Ed Willes said the best of the Flames were too hot for the Canucks to handle:

As much as Mike Keenan likes to shroud his coaching philosophy in a fog of five-dollar words -- at his introductory news conference here he said: "Part of the persona of being a hard-nosed player that may be miscast is that replacing passion" and no, we have no idea what that means -- his standard operation procedure isn't exactly complex.

He identifies his best players. He plays the piddle out of them. If his team wins, they get the credit. If they lose, it's their fault.

Now, Keenan has always ridden his best players the way the Lone Ranger rode Silver, but his current Flames team is also uniquely designed to fit his MO. He has Jarome Iginla. He has Dion Phaneuf. He has Miikka Kiprusoff. The Flames go exactly as far as their stars carry them and on Tuesday they carried their team into first in the Northwest Division. The Canucks' best players, on the other hand, couldn't carry their team past the first period.

"It really was about our best players even before the second period," said Keenan shortly after the Flames' 3-2 win. "You have to have the goaltending [in Kiprusoff], we had to withstand the barrage of opportunities they had in the first period. Then it was about our best players being our best players and winning the game."

And putting the Canucks in an awkward position. "It's frustrating," said the Canucks' Trevor Linden. "It was a pretty disappointing performance the last two periods. It was really bad. Our forwards didn't do enough. Our defencemen played the whole second period in our end and we didn't do enough in the third to change the game." Then again, Iginla, Phaneuf and Kiprusoff didn't let them do enough to change the game.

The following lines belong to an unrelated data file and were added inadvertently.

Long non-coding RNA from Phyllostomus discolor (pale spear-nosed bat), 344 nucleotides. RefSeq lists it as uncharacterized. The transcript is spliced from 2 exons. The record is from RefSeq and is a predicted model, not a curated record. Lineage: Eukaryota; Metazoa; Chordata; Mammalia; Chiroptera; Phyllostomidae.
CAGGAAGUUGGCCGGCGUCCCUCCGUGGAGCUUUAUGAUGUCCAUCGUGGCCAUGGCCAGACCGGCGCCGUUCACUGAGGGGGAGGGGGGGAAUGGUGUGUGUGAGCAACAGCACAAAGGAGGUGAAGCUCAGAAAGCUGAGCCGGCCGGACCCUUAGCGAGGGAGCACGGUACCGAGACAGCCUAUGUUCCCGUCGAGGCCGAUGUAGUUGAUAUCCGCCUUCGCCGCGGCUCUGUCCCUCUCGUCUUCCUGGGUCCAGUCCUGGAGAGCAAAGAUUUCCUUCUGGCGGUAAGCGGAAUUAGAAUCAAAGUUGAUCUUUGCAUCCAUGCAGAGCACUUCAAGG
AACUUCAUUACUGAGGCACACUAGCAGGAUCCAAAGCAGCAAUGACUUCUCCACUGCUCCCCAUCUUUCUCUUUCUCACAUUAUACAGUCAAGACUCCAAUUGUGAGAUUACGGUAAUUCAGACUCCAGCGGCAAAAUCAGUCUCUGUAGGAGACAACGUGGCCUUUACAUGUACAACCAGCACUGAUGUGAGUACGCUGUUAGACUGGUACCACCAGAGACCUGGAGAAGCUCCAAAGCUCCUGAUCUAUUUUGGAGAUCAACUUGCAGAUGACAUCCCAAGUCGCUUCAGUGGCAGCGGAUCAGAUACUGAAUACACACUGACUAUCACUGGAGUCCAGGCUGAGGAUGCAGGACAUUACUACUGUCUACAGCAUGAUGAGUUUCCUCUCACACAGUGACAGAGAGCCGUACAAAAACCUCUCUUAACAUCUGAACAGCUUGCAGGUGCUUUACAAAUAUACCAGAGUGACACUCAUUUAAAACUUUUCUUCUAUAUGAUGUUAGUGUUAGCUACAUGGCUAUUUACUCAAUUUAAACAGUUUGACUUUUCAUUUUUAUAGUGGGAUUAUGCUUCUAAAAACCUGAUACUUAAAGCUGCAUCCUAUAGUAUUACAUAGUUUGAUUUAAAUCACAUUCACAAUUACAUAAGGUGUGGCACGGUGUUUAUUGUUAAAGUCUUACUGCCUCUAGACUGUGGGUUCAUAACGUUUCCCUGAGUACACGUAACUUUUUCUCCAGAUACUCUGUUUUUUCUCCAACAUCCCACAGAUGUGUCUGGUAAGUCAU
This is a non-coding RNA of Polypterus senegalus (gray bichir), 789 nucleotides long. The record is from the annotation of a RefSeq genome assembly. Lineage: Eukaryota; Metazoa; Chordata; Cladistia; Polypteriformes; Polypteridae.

The Canucks actually played a pitch-perfect first period in opening a 2-0 lead, outshooting the Flames 21-7 and, most importantly, keeping Iginla in a state of suspended animation over the first 20 minutes. But over the last two periods the Flames took over play to an almost illogical extent, outshooting the visitors 33-13 and eventually wrestling away the game on the power play midway through the third.

Iginla, of course, did most of the heavy lifting in the turnaround. The Flames captain played just 5:21 in the first period and failed to record a shot but finished with just under 23 minutes of ice time, seven shots, a goal in the second and an assist on Daymond Langkow's tying marker in the third.

Phaneuf, who finished with six shots, scored the winner just 41 seconds after Langkow's 5-on-3 goal when he blew a laser past an overworked Roberto Luongo on another Flames power play.
Luongo left in disbelief: Goalie's body language tells the story after team's woeful loss
Brad Ziemer said Roberto Luongo was stunned after a disheartening loss:

Roberto Luongo chooses his words very carefully when speaking with the media these days, but his body language spoke volumes after Tuesday night's devastating 3-2 loss to the Calgary Flames.